Haploid Stem Cells

August 10, 2017

Scientists have found a way to isolate human haploid embryonic stem cells. What are these cells, and do they avoid some of the ethical issues surrounding human embryonic stem cells?

Several press releases have reported on the isolation of a special type of embryonic stem cell that has half of the number of chromosomes as normal cells do. This stem cell was first found in mice in 2011 and later in primates. In 2016, researchers from Hebrew University and Columbia University isolated these special cells from human embryos.[1] (Researchers from China also independently reported the isolation of these cells in 2016).[2]

What Are Haploid Cells?

The cells are called haploid cells. They have half of the number of chromosomes of normal cells, which are known as diploid cells. If you took a cell from your body (say, a skin cell) and performed a test, you would find 46 chromosomes that make up your genetic library. These chromosomes contain the majority of your DNA.

Image of human male karyogram of a diploid cell Figure 1. Human (male) karyogram of a diploid cell. By Courtesy: National Human Genome Research Institute – Extracted image from www.genome.gov/glossary/resources/karyotype.pdf., Public Domain, commons.wikimedia.org/w/index.php?curid=583512%5B/caption%5D

Figure 1 shows a karyogram of a human cell. Notice that all of these chromosomes are in pairs. There are 23 pairs of chromosomes in a human being. Haploid cells, such as egg and sperm cells, only have 23 chromosomes total. They are missing the partner to the pair. Typically, haploid cells combine to make diploid cells.

Why Do Haploid Cells Matter?

The advantage of having pairs of chromosomes is that if a parent passes along a disease-causing mutation on the X-chromosome, the partner chromosome can make up for it. Think of it like having a back-up copy of your genes. This is why sex-linked diseases tend to appear in boys more than girls. The sex chromosomes are XX and XY. Boys do not have a back-up copy the way girls do if a parent passes harmful mutation to one of its offspring.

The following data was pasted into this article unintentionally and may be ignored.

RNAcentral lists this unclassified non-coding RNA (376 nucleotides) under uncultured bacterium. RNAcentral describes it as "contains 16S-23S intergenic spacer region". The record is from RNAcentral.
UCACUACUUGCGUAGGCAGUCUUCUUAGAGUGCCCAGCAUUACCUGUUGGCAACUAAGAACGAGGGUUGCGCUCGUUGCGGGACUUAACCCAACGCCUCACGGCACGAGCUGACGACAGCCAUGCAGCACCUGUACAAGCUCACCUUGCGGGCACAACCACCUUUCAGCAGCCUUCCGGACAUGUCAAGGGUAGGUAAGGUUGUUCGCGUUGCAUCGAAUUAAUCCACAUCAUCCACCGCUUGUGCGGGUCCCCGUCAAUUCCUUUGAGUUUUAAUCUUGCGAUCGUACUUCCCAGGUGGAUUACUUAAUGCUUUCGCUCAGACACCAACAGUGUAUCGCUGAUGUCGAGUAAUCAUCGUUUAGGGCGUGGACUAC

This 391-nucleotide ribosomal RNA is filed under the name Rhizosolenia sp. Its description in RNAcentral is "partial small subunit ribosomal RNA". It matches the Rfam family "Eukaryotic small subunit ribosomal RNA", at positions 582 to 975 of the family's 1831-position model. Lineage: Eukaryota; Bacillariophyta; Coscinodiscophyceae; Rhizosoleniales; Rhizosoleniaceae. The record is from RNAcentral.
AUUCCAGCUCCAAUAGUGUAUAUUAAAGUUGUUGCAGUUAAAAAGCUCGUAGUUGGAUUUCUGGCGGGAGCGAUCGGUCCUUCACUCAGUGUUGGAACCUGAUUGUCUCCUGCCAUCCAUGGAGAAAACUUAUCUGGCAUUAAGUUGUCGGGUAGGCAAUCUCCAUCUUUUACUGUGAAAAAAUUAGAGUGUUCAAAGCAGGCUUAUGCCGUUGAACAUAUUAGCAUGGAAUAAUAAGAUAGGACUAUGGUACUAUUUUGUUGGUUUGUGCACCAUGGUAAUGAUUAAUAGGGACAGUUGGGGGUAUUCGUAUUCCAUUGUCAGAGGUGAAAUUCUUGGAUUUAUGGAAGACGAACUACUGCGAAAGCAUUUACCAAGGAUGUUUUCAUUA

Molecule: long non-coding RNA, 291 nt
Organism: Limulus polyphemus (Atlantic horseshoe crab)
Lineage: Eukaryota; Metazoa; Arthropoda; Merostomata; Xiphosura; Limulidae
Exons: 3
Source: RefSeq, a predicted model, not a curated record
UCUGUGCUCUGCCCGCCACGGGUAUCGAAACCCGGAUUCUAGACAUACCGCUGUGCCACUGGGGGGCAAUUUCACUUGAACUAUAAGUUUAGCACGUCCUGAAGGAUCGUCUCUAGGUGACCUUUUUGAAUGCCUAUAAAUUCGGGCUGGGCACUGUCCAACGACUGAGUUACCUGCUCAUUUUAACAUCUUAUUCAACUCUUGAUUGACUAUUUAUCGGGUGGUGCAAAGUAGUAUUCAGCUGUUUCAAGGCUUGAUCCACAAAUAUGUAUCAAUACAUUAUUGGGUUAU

Haploid cells are helpful for understanding the effects of harmful mutations, particularly mutations that are recessive. In the past researchers have used yeast, which has naturally occurring haploid cells, or have bred organisms like zebrafish to have haploid cells. They would then “turn off” one gene or “turn on” another and see what happens. However, such organisms are not mammals, limiting how much information we can translate from these models to humans.

Even though haploid cells occur naturally in mammal gametes (i.e., egg and sperm), these cells do not survive very long in the lab. Scientists usually want cells that will divide and replicate many times so that they can do several experiments with the same cell line. Stem cells of any sort can divide and replicate many times (sometimes for months or years), and when they make more stem cells, those stem cells can divide and replicate many times. This allows for a seemingly endless supply of cells.[3]

Haploid Embryonic Stem Cells

In 2011, Martin Leeb and Anton Wutz reported in Nature that they isolated embryonic stem cells that only had one set of chromosomes.[4] These stem cells came from an embryo that they made from an unfertilized mouse egg using a type of cloning technique. When they studied the stem cells that were removed from the early embryo clone, they found that most of the stem cells had two pairs of chromosomes, as expected, but some had only one set of chromosomes. These are haploid embryonic stem cells (haploid ESCs).

These haploid embryonic stem cells were able to continue dividing into more cells, making a stem cell line. Researchers can take the haploid cells from this stem cell line and conduct genetic experiments. However, with the mouse haploid ESCs, some of the cells in the cell line became diploid cells during the cell division and replication process. This required frequent purification to ensure that the cell line remained haploid.